“Million Dollar Beach House” manages to avoid the stereotypical melodrama of the men feeling threatened when a woman enters their world, in part because Peggy is far from the only woman at the company (although she is the only one with cameras currently following her). But that is not to say there is not a competitiveness in addition to the collaboration the team claims to celebrate.
“They’re all jockeying for position — so many agents fighting for same listing,” notes Yuan. “What’s interesting about Hamptons real estate in general is it’s much more relationship-based than I think other markets [can be]. The agents have to exude the lifestyle. It becomes a very highly-competitive market, but on the surface they make it seem like they don’t break a sweat.”
Andreassi makes it clear to the cameras that he is concerned when Giugliano starts bringing Roberts into deals, having believed he was Giugliano’s main guy, but doesn’t seem to want to make as many waves with his co-workers. Similarly, Zabakolas stays mum when she is close to landing a major client that Giugliano and Andreassi were both courting. However, right off the bat in the premiere episode, seemingly unprompted, Fulfree indicates he has an issue with Roberts and when Zabakolas has an issue with the way Roberts speaks to one of her clients — a potential buyer for Marine Blvd. — she calls him out directly.
“Peggy is very literal in the way she works, so it was a tug-of-war between them when Noel was being more evasive, and that played out,” Rigg says.
The producers believe Roberts “cultivates” a “man of mystery” persona in both his personal and his professional life and they wanted to capture that but not necessarily dig underneath it to see who he is when the mask slips — or in his case, the sunglasses come off.
“He’s happy to present this image that you’re not quite sure what it is. He actively works for that. And when you’re a newcomer into a group, many of whom have known each other for many years, they’re going to question, ‘Who is this guy? What’s he up to? Does he have an ulterior motive?’ He keeps his cards close to his chest,” says Rigg.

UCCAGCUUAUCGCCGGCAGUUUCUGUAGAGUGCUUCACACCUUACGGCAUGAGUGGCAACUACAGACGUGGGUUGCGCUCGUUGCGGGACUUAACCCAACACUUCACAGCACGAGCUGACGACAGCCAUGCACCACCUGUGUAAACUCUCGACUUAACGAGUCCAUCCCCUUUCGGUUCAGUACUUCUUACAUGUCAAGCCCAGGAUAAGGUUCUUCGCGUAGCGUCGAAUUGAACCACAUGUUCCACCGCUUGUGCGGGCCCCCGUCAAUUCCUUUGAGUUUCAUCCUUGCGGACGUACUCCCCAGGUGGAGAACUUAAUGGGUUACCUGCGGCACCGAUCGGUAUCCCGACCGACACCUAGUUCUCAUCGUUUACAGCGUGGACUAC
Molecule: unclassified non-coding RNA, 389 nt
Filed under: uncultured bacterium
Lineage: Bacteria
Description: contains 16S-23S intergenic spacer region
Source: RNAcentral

Still, the show managed to capture a bit of the man behind the mystery when his twin brother Joel Roberts visits and reveals “a little bit more about Noel than Noel was projecting,” including the real pronunciation of his name, Riggs points out. Moments like these “dropped in our lap,” he says, but were included to show off different sides of agents in such high-pressure scenarios. Similarly, Yuan points out that the timing of Fulfree’s son being born during filming was just serendipitous but important to show just why he was working so hard. Such personal stories, he adds, “tie in the world that could be, for a lot of people, unattainable.”
And it is not just potential buyers who may have a hard time attaining such high-end properties but the brokers themselves.
“They are commissioned workers and the competitive nature of the industry can be tough. I don’t mind being more real about it,” says Shapiro. “The format of our show is not about, ‘Here’s 12 houses [and] here’s the beginning, middle and end,’ meaning we listed it, marketed it and closed the deal in two phone calls — because that’s not a true depiction of how our business works. The truth is, certain properties can sit on the market for a year to two years — some even longer.”
In other words, if Marine Blvd. takes a few years to sell, that would neither be unexpected nor problematic.
“If Season 1 is about landing the listing, then subsequent seasons would be about closing some of those,” says Rigg.
“Million Dollar Beach House” is streaming now on Netflix.